Obama spoke with Buttigieg after he dropped out of 2020 race: report

Former President Obama spoke with former presidential candidate Pete ButtigiegPete ButtigiegOVERNIGHT ENERGY: Senate majority offers Biden new avenues on Trump environmental rollbacks | Democrats eye action on range of climate bills | Biden pushing to cancel Keystone XL pipeline as soon as he takes office: reports Biden rolls out group of deputy secretary nominees On The Money: Retail sales drop in latest sign of weakening economy | Fast-food workers strike for minimum wage | US officials raise concerns over Mexico's handling of energy permits MORE after he dropped out of the 2020 race Sunday, The New York Times reported Monday

Obama reportedly did not directly tell Buttigieg to endorse former Vice President Joe BidenJoe BidenWoman accused of trying to sell Pelosi laptop to Russians arrested Trump gets lowest job approval rating in final days as president Trump moves to lift coronavirus travel restrictions on Europe, Brazil MORE. But he did tell the former South Bend, Ind., mayor that he now has leverage and should consider how to use it, a Democratic official familiar with the conversation told the Times. 

A source confirmed to The Hill on Monday that Buttigieg plans to endorse Biden, who is also set to get the backing of Sen. Amy KlobucharAmy KlobucharGoogle completes Fitbit acquisition Hillicon Valley: Fringe social networks boosted after Capitol attack | Planned protests spark fears of violence in Trump's final days | Election security efforts likely to gain ground in Democrat-controlled Congress US Chamber of Commerce to stop supporting some lawmakers following the Capitol riots MORE (D-Minn.), who will announce the end of her own 2020 White House bid on Monday.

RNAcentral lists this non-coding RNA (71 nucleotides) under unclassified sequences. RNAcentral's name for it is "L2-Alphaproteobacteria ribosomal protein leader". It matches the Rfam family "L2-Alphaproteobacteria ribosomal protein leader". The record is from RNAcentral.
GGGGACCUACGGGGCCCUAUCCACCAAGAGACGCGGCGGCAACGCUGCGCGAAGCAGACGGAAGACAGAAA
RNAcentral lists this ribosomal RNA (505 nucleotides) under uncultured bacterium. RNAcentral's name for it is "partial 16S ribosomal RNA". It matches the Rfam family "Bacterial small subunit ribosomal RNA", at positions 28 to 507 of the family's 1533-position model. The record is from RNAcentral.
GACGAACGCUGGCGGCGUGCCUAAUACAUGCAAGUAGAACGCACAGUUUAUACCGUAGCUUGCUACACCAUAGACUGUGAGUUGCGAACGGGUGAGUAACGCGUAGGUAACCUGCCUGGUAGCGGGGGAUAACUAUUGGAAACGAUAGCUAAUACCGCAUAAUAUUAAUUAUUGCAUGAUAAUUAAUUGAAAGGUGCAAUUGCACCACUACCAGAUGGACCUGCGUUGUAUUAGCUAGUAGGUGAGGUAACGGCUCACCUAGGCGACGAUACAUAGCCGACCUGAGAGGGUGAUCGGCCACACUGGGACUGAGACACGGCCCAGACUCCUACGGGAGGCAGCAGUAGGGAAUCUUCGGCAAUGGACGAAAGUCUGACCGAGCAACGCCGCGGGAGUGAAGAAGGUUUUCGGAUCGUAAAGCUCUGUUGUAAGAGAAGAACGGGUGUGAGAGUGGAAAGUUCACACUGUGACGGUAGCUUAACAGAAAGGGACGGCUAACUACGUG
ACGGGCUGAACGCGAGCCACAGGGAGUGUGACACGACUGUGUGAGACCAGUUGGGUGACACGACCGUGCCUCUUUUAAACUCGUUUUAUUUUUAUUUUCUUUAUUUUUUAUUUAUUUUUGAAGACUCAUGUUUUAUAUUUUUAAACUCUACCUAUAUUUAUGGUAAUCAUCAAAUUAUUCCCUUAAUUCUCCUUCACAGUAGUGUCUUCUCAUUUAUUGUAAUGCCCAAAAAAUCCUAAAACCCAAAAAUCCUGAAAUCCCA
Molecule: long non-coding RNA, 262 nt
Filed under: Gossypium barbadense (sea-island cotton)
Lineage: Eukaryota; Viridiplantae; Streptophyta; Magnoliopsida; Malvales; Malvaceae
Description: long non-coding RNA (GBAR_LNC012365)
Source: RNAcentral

Buttigieg positioned himself as a moderate candidate and an alternative to self-described democratic socialist Sen. Bernie SandersBernie SandersBiden pushing to cancel Keystone XL pipeline as soon as he takes office: reports Biden tax-hike proposals face bumpy road ahead Senate Democrats leery of nixing filibuster MORE (I-Vt.), whom he indirectly criticized in his announcement speech

“We need leadership to heal a divided nation, not drive us further apart,” he said. “We need a broad based agenda to truly deliver for the American people, not one that gets lost in ideology. We need an approach strong enough not only to win the White House, but hold the House, win the Senate and send [Senate Majority Leader] Mitch McConnellAddison (Mitch) Mitchell McConnellWhat would MLK say about Trump and the Republican Party? Biden's minimum wage push faces uphill battle with GOP GOP senators wrestle with purging Trump from party MORE into retirement.”

The former mayor earned 26 delegates from Iowa, New Hampshire and Nevada, beating Sanders in the Hawkeye State. Sanders currently holds the most delegates at 60, while Biden’s Saturday win in South Carolina boosted him to second place in the primary field with 54 delegates. 

Amie Parnes contributed.